Art in Schools: a Playground or Training Ground?
Updated: May 11
By Allison Manzi
As technology advances, more importance is being placed on science, math, and business in schools. These trades have a high production value after graduation (for the student and society) which earns them more recognition and resources than their sister subjects.
Additional resources for these trades are often leached from our Art programs, because Art is stigmatized as frivolous or unrelated to a reliable future. Unfortunately, we are overlooking some crucial skills taught by The Arts that have an incredible impact on success as well.
By defunding artistic development in schools, we are blunting the development of innovation, creativity, wide-lens vision, and the ability to connect with each other beyond numbers.
The Arts are crucial for young minds in molding how they think, not just what they think about. Art is an active training ground that shapes the way our youth will approach decisions, arrive at solutions, and demonstrate resilience in every mission they take on as adults.
Science and technology develop a trade, while art and creativity develop the human. Art provides these sustainable skills that are transferable and far reaching—beyond any one trade or area of expertise:
Creativity stimulates the part of the brain that’s in charge of focus, memory, and learning. The more we practice creative skills, the more developed this area of the brain becomes.
Art practices even help improve blood flow to the brain, and release serotonin—our “feel good” hormone—which encourages us to stay engaged in the activity at hand.
Art teaches us to communicate in many forms, through various mediums. We are able to break down complex ideas into core human needs and connect on a foundational level. This reduction can help us connect to others through common ground, away from the distracting details of who, where, and how, etc.
Learning to think outside the box is a highly marketable skill. Art teaches us how to think without a self-judgement filter. We learn how to come up with ideas that exist beyond what we already know, without limiting ourselves to “that’s not possible” or “that’s never been done before”.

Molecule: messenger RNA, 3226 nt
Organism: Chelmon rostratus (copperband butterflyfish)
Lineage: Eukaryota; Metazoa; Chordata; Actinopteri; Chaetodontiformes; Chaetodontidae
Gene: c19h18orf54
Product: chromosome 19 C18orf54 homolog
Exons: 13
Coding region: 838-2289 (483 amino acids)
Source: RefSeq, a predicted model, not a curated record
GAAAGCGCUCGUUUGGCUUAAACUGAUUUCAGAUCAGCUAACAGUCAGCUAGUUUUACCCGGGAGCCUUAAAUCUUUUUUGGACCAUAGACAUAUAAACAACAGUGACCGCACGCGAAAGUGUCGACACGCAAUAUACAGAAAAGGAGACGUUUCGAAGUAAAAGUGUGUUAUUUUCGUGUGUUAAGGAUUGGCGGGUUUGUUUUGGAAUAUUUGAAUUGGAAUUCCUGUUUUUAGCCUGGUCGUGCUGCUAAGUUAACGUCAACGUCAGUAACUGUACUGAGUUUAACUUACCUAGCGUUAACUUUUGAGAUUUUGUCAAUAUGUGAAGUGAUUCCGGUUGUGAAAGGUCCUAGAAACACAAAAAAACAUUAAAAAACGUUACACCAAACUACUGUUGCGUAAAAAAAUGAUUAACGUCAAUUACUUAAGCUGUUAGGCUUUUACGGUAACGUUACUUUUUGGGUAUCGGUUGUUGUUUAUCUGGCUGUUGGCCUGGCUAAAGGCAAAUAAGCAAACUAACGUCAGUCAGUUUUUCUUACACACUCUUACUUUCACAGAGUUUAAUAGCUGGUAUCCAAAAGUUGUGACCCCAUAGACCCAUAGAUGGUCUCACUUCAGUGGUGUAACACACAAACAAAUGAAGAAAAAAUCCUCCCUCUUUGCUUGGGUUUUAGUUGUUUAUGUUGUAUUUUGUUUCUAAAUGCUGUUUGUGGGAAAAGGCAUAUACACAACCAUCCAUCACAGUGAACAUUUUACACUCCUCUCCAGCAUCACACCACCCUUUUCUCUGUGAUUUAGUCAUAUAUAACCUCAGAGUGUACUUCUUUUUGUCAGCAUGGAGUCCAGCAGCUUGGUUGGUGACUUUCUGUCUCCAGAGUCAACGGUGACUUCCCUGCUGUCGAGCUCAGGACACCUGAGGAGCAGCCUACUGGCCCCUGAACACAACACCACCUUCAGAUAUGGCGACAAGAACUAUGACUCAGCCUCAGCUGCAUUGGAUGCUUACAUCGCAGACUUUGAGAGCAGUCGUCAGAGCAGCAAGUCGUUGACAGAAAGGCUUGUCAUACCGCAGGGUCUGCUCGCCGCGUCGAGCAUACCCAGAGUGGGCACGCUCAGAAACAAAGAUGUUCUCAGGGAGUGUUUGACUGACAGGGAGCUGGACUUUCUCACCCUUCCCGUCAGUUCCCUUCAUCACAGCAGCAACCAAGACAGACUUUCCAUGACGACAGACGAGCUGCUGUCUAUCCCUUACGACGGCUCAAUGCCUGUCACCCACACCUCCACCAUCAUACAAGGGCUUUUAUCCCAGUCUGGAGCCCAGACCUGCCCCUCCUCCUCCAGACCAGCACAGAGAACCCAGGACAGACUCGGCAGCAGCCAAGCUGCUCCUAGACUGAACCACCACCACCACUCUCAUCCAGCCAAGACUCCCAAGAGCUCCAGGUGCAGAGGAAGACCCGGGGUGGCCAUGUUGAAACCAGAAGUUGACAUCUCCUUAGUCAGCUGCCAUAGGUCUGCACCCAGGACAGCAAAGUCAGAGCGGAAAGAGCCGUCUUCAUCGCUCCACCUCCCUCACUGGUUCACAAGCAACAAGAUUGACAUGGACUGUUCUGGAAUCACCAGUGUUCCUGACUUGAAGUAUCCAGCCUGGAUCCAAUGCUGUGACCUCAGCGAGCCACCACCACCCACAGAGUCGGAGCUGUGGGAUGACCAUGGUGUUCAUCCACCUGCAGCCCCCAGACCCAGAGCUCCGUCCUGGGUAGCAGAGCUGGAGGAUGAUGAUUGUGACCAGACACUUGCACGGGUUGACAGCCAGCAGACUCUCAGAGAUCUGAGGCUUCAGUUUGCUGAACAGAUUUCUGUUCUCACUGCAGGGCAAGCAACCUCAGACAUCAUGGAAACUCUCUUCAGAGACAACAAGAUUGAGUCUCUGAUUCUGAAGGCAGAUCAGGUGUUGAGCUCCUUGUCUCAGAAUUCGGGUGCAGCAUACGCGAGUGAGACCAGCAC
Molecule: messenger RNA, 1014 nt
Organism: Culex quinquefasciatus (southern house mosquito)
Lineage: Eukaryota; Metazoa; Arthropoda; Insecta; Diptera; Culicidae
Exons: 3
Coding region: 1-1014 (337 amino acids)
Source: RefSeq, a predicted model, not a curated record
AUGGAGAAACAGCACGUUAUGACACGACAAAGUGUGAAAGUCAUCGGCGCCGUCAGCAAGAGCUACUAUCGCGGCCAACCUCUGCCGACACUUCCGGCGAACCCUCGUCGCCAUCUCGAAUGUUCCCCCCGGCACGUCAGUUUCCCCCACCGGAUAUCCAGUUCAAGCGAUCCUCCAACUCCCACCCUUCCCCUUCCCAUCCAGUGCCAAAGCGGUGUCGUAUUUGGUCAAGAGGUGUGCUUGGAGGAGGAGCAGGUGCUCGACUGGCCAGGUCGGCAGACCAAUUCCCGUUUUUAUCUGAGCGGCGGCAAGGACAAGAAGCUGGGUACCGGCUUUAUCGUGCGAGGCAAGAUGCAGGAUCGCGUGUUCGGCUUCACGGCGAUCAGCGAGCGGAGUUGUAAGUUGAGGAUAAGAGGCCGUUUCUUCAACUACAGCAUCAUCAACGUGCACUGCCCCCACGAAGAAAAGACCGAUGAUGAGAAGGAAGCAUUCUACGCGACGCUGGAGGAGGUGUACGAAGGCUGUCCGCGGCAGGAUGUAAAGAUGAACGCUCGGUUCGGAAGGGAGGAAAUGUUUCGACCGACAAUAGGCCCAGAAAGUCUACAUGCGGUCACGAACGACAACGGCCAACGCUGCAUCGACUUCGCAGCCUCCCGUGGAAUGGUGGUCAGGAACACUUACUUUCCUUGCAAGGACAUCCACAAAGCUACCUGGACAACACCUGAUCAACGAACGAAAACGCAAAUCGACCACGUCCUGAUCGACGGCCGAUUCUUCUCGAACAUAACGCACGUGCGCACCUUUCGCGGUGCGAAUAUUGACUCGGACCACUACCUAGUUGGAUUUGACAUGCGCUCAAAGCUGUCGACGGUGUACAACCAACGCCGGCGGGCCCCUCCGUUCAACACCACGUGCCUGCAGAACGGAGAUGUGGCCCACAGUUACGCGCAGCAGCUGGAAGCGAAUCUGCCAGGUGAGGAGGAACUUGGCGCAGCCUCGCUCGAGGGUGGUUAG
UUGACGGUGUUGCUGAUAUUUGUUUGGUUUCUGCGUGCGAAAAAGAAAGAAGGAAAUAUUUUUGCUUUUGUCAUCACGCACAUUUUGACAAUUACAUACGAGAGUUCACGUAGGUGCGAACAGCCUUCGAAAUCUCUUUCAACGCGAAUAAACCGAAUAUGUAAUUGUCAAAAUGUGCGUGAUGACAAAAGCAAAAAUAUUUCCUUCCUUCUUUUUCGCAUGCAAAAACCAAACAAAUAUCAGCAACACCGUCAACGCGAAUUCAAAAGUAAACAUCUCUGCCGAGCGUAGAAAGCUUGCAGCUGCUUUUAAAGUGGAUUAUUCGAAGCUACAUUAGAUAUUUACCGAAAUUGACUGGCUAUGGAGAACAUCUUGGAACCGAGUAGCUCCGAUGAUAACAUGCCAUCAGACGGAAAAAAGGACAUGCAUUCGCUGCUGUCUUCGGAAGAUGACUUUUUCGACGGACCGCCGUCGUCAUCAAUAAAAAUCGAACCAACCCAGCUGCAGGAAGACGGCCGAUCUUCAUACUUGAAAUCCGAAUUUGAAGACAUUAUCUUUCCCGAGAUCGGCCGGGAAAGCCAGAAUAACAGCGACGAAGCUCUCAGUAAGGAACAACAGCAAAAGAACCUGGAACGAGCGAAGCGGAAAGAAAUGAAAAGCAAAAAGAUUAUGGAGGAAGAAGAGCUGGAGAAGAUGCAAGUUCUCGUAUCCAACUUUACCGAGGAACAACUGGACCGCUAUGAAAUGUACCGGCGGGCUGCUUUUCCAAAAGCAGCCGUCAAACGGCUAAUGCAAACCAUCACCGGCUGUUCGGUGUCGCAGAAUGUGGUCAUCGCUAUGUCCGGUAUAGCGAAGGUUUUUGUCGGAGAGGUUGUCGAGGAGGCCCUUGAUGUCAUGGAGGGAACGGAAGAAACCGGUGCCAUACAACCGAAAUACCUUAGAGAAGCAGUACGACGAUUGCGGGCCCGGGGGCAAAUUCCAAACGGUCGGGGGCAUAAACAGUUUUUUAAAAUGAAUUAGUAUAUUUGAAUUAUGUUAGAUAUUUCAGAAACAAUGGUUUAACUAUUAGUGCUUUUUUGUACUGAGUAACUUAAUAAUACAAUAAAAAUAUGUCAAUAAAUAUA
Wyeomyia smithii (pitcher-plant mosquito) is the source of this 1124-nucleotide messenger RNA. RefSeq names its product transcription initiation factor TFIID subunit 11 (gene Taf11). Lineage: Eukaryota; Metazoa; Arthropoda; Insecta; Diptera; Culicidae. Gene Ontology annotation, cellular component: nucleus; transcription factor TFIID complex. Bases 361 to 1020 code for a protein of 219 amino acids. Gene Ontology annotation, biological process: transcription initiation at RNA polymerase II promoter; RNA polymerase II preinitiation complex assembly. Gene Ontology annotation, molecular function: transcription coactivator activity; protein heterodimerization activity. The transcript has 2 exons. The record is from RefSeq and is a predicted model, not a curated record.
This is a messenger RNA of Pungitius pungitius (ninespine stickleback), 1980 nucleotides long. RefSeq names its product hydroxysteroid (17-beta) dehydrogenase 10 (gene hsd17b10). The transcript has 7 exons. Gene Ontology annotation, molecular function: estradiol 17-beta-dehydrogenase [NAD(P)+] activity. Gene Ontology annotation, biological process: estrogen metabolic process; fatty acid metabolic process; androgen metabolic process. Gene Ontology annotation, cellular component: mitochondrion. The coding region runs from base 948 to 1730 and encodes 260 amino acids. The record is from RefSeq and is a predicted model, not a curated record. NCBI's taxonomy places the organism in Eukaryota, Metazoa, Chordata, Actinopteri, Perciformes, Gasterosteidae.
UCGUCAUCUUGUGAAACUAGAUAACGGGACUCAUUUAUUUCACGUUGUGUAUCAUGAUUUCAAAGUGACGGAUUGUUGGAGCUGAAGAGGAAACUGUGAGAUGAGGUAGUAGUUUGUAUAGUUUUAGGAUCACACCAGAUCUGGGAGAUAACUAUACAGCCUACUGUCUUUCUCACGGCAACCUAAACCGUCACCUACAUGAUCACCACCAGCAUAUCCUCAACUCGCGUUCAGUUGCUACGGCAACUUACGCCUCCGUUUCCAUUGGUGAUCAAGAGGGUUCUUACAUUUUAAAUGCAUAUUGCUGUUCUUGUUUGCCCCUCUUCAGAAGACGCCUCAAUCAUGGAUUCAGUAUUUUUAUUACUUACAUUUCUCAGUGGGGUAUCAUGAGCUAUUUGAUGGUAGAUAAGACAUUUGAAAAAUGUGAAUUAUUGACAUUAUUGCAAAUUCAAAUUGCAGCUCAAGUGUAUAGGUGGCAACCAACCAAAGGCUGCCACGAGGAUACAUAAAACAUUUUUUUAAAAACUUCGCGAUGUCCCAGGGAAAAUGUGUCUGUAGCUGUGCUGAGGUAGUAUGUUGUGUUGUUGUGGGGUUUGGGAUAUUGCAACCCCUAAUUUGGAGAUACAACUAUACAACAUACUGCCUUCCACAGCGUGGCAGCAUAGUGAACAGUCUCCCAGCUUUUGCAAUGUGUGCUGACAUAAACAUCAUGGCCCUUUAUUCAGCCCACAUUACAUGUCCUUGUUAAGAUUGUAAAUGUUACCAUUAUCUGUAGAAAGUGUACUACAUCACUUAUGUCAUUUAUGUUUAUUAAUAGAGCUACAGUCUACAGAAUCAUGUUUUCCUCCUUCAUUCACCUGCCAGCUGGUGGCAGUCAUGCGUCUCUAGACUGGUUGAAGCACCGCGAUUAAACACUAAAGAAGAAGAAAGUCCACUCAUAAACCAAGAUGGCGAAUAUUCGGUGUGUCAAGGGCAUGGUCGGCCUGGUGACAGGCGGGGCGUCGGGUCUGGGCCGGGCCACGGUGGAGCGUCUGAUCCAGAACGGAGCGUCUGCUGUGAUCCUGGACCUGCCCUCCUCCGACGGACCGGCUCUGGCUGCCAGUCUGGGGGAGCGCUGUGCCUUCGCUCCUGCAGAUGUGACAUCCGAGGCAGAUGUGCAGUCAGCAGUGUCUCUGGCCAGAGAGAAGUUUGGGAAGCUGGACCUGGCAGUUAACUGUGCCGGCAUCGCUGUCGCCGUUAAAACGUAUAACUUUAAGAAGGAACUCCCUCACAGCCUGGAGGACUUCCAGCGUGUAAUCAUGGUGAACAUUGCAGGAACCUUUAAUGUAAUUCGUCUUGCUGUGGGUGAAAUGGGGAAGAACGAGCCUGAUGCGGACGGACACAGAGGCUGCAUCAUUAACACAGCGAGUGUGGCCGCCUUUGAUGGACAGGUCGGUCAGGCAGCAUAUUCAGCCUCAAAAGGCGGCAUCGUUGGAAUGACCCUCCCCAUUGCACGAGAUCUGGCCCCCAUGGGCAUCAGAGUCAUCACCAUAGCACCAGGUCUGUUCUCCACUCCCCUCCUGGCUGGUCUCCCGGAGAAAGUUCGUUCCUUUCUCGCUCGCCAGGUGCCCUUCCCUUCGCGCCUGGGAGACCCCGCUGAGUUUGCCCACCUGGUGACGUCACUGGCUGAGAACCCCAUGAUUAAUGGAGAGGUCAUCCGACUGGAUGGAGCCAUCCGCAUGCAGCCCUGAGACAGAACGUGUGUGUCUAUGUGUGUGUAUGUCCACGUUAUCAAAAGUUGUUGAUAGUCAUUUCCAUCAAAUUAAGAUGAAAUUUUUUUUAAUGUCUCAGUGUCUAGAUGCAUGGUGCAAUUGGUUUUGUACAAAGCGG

Art has no rules and is never objectively right or wrong, so we learn how to think freely without the fear of failure that hinders our ability to come up with new ideas.
Using an abstract medium often helps us connect to our inner self. Sometimes, we are unsure of what we are feeling and it’s a bit too obscure to name in our conscious mind. Art provides us with a vehicle to access our inner world, and creates a language that our mind can better understand so we can process our feelings, then let them go.
Art is often about vision. There is a skill to imagining something that you’ve never seen before. When we create, we make something out of nothing. That’s innovation. Art is constantly asking us to dream up something that does already exist and we are able to play in this “fantasy realm” without limits.
I’RAISE cares about developing powerful, innovative students who can attack their work with a cutting-edge mindset, no matter what field(s) they work in throughout their life.
The I’RAISE Arts Services program supports NYC students in grades K-12 socially and emotionally to help your child develop these skills and lead us into a brighter future. Refer our program to your child’s school to unlock their creativity and strengthen their mental wellness.
This is how we move forward—in business, technology, science, math, economics, and everything else we touch. Art brings the human to humanity. And no matter how much money we make, that’s something we can’t afford to lose.